In today’s Journal
* The Novel
* New Goal
* The Great Pretender
* Of Interest
A very happy Thanksgiving indeed. (grin)
The novel wrapped yesterday at 57,535 words after I cut just under 5,000 more words and wrote maybe a hundred words to wrap it.
But I thought it would be silly to add more “cuts” to the totals under Numbers and then try to figure out exactly how many new words I wrote to wrap the story, so instead I’m just reporting the final count here.
If you’re keeping score, I cut around 14,000 words out of this novel all told, but most of the 5000 words I cut yesterday will go into the next installment of the series.
The novel tally had reached 62,486 words, but on Wednesday afternoon the writing began to slow again, dramatically. I thought maybe I’d written past the end of a chapter, so I checked. Nope, that wasn’t it.
So I sat back and looked at the overall story from The 13-Month Turn forward. Still couldn’t find it. (If you’d like a FREE copy of The 13-Month Turn, email me at email@example.com and let me know whether you want PDF, .epub or .mobi.)
Then a litte light bulb went on. In a first, I read over the reverse outline for this novel. And that’s when I realized this particular novel was predominantly Rose’s story. I had indeed written past the end of it.
But I tested it to be sure. I removed three chapters from the reverse outline, which I first saved under a different file name, of course. And I immediately saw that this part of the story was finished.
The three chapter I removed will be included in the next installment of the series. (If you’re wondering, when I write that installment I won’t count those words again. I’ll just start with that particular word count—4951—instead of zero.)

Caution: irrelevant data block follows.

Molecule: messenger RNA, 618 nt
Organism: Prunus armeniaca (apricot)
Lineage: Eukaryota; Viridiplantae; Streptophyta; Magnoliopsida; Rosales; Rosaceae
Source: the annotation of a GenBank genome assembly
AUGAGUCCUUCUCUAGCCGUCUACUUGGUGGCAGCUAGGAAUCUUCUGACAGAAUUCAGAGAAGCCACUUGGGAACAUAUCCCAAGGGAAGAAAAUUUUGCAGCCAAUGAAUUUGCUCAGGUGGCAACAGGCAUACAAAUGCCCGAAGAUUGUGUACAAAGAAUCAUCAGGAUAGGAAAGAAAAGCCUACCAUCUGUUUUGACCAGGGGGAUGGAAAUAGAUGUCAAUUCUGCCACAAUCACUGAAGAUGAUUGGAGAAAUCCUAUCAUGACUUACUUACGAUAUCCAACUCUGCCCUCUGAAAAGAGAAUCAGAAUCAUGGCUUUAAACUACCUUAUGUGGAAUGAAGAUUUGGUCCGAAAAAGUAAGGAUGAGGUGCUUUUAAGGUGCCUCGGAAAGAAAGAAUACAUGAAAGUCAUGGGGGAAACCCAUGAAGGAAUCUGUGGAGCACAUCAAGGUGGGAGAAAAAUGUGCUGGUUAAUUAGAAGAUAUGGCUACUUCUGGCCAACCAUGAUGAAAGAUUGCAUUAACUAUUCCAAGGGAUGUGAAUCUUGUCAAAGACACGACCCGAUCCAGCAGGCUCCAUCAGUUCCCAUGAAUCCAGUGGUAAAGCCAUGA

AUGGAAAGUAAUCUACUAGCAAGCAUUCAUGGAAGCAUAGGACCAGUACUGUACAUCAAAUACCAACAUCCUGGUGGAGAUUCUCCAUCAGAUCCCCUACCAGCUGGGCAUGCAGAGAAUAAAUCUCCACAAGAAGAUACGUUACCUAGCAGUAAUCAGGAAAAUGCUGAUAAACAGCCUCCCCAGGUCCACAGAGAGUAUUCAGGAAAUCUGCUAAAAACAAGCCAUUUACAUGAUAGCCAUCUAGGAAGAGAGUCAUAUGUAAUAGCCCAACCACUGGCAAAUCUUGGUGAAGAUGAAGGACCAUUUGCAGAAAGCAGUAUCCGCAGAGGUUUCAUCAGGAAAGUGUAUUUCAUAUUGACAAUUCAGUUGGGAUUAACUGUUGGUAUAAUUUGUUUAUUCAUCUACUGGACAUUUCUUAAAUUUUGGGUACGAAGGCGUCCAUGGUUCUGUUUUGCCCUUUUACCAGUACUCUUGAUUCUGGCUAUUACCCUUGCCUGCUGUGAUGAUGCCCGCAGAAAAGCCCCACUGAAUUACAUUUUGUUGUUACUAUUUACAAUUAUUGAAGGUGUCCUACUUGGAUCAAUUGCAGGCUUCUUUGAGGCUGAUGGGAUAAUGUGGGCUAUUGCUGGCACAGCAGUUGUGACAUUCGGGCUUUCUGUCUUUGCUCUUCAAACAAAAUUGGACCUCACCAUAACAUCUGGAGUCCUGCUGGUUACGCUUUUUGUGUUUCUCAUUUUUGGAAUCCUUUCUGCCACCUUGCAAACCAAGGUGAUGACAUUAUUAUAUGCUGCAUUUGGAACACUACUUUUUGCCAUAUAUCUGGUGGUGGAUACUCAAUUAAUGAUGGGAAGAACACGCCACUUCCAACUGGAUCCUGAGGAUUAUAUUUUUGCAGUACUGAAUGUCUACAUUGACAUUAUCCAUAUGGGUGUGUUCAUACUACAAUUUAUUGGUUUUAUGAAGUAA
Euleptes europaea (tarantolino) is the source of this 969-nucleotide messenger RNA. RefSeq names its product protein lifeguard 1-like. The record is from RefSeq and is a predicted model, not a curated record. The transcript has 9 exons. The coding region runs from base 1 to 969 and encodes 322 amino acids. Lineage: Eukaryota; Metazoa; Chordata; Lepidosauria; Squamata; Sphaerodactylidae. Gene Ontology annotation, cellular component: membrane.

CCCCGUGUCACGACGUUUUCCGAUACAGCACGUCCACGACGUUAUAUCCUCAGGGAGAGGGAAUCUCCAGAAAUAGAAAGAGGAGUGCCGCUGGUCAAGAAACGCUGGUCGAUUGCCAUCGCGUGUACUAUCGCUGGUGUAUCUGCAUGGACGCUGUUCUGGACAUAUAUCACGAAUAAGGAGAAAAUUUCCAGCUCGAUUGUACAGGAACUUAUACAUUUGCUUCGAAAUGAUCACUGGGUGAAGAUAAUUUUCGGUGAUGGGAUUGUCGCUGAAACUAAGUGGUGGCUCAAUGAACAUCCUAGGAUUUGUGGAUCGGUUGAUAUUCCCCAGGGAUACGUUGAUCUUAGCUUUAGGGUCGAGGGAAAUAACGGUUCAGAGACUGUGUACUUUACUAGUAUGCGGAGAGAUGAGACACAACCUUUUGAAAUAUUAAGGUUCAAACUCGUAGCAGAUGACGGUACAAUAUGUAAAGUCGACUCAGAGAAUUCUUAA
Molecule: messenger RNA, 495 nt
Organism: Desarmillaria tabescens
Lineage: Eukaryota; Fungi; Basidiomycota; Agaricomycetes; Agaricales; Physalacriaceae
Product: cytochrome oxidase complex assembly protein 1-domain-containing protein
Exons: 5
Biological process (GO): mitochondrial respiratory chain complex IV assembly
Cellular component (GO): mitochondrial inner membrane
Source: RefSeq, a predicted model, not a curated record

Either way, I’ll write a novel or two (or more) in some other world(s) before I come back to write the third novel (and maybe the fourth) in this series.
I’ve said many times before that every novel writes differently. I hope I never have another one that writes the way this one did. Of course, a lot of that was based on the attitude I had when I started writing this one (it was “important”). I definitely won’t do that again.
For the rest of this year, my goal is to write two more novels. That gives me 36 days, or 18 days per novel if you toss out one day. Should be plenty of time.
The Great Pretender—as I wrote briefly yesterday, this is a truly great song but a shameful profession.
I’m not talking about those poor souls who talk about writing fiction but never quite get around to it, those who have a great idea for a novel but haven’t yet put a word on the page, and those who buy all the how-to-write books and follow writing blogs and attend writers’ conferences but don’t have a publication or an active manuscript they can actually show you.
Those folks are largely harmless except to themselves, and frankly, it’s none of my business how they waste their time or money. I do hope they eventually find a way to just trust themselves. They aren’t pretenders, at least not in the sense that they actively harm other writers’ growth.
Here I’m talking about the harmful pretenders.
So maybe I’m talking a little about Stage 1 & 2 writers who hold forth regularly on the writing craft. Don’t get me wrong. They know how to put words and punctuation on the screen by tapping keys on a keyboard. But they don’t know Story yet, and they don’t know how to convey one yet. Simply because they haven’t practiced enough to experience that aha! moment.
Yet they profess to be storytellers, and through their mostly innocent ignorance they steer dozens or hundreds of other writers into mistakes they themselves have not yet found a way to escape.They need to stop teaching others a craft at which they’re still beginners themselves, but I’m sure they won’t.
But I’m mostly talking about those who don’t write novels or short stories themselves, but who profess to be able to teach others how to write novels or short stories. As a copyeditor, I’ve been cleaning up after them for years.